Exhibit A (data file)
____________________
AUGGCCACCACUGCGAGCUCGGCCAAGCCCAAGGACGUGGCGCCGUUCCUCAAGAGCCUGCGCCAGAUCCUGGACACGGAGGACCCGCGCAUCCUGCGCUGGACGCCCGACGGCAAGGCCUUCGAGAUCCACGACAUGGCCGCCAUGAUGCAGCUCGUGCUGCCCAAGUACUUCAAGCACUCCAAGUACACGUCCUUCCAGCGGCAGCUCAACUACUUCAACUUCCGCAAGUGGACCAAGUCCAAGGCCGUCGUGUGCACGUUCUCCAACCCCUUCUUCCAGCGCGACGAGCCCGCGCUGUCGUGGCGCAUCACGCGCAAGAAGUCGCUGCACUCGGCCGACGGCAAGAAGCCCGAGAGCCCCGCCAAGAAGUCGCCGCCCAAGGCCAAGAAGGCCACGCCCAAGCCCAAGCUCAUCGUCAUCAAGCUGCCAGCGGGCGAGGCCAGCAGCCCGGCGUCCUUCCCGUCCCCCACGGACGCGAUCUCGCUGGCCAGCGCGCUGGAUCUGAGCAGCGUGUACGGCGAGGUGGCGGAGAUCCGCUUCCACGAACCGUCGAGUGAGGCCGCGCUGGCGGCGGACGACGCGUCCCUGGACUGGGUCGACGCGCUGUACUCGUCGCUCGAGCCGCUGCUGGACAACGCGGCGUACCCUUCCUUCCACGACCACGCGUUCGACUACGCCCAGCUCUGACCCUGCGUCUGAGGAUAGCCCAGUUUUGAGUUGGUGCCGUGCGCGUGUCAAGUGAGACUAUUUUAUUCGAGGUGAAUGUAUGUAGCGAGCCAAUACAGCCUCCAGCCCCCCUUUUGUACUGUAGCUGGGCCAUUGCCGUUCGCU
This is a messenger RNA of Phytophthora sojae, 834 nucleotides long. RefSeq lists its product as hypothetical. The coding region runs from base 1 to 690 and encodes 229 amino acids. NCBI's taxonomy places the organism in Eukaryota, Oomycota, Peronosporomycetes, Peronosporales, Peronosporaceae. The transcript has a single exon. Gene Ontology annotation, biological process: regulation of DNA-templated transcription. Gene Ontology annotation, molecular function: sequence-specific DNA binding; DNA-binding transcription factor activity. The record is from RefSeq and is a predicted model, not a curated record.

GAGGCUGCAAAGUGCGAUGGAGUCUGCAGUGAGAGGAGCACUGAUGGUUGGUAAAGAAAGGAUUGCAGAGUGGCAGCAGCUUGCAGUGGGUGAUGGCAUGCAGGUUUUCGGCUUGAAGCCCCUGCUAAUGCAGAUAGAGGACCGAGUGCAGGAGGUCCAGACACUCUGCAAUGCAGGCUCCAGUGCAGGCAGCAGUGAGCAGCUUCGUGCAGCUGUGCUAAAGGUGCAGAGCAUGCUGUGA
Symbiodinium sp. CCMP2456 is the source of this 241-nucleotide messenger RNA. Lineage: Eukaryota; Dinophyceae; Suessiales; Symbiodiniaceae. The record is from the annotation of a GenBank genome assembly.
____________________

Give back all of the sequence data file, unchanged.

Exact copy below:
AUGGCCACCACUGCGAGCUCGGCCAAGCCCAAGGACGUGGCGCCGUUCCUCAAGAGCCUGCGCCAGAUCCUGGACACGGAGGACCCGCGCAUCCUGCGCUGGACGCCCGACGGCAAGGCCUUCGAGAUCCACGACAUGGCCGCCAUGAUGCAGCUCGUGCUGCCCAAGUACUUCAAGCACUCCAAGUACACGUCCUUCCAGCGGCAGCUCAACUACUUCAACUUCCGCAAGUGGACCAAGUCCAAGGCCGUCGUGUGCACGUUCUCCAACCCCUUCUUCCAGCGCGACGAGCCCGCGCUGUCGUGGCGCAUCACGCGCAAGAAGUCGCUGCACUCGGCCGACGGCAAGAAGCCCGAGAGCCCCGCCAAGAAGUCGCCGCCCAAGGCCAAGAAGGCCACGCCCAAGCCCAAGCUCAUCGUCAUCAAGCUGCCAGCGGGCGAGGCCAGCAGCCCGGCGUCCUUCCCGUCCCCCACGGACGCGAUCUCGCUGGCCAGCGCGCUGGAUCUGAGCAGCGUGUACGGCGAGGUGGCGGAGAUCCGCUUCCACGAACCGUCGAGUGAGGCCGCGCUGGCGGCGGACGACGCGUCCCUGGACUGGGUCGACGCGCUGUACUCGUCGCUCGAGCCGCUGCUGGACAACGCGGCGUACCCUUCCUUCCACGACCACGCGUUCGACUACGCCCAGCUCUGACCCUGCGUCUGAGGAUAGCCCAGUUUUGAGUUGGUGCCGUGCGCGUGUCAAGUGAGACUAUUUUAUUCGAGGUGAAUGUAUGUAGCGAGCCAAUACAGCCUCCAGCCCCCCUUUUGUACUGUAGCUGGGCCAUUGCCGUUCGCU
This is a messenger RNA of Phytophthora sojae, 834 nucleotides long. RefSeq lists its product as hypothetical. The coding region runs from base 1 to 690 and encodes 229 amino acids. NCBI's taxonomy places the organism in Eukaryota, Oomycota, Peronosporomycetes, Peronosporales, Peronosporaceae. The transcript has a single exon. Gene Ontology annotation, biological process: regulation of DNA-templated transcription. Gene Ontology annotation, molecular function: sequence-specific DNA binding; DNA-binding transcription factor activity. The record is from RefSeq and is a predicted model, not a curated record.

GAGGCUGCAAAGUGCGAUGGAGUCUGCAGUGAGAGGAGCACUGAUGGUUGGUAAAGAAAGGAUUGCAGAGUGGCAGCAGCUUGCAGUGGGUGAUGGCAUGCAGGUUUUCGGCUUGAAGCCCCUGCUAAUGCAGAUAGAGGACCGAGUGCAGGAGGUCCAGACACUCUGCAAUGCAGGCUCCAGUGCAGGCAGCAGUGAGCAGCUUCGUGCAGCUGUGCUAAAGGUGCAGAGCAUGCUGUGA
Symbiodinium sp. CCMP2456 is the source of this 241-nucleotide messenger RNA. Lineage: Eukaryota; Dinophyceae; Suessiales; Symbiodiniaceae. The record is from the annotation of a GenBank genome assembly.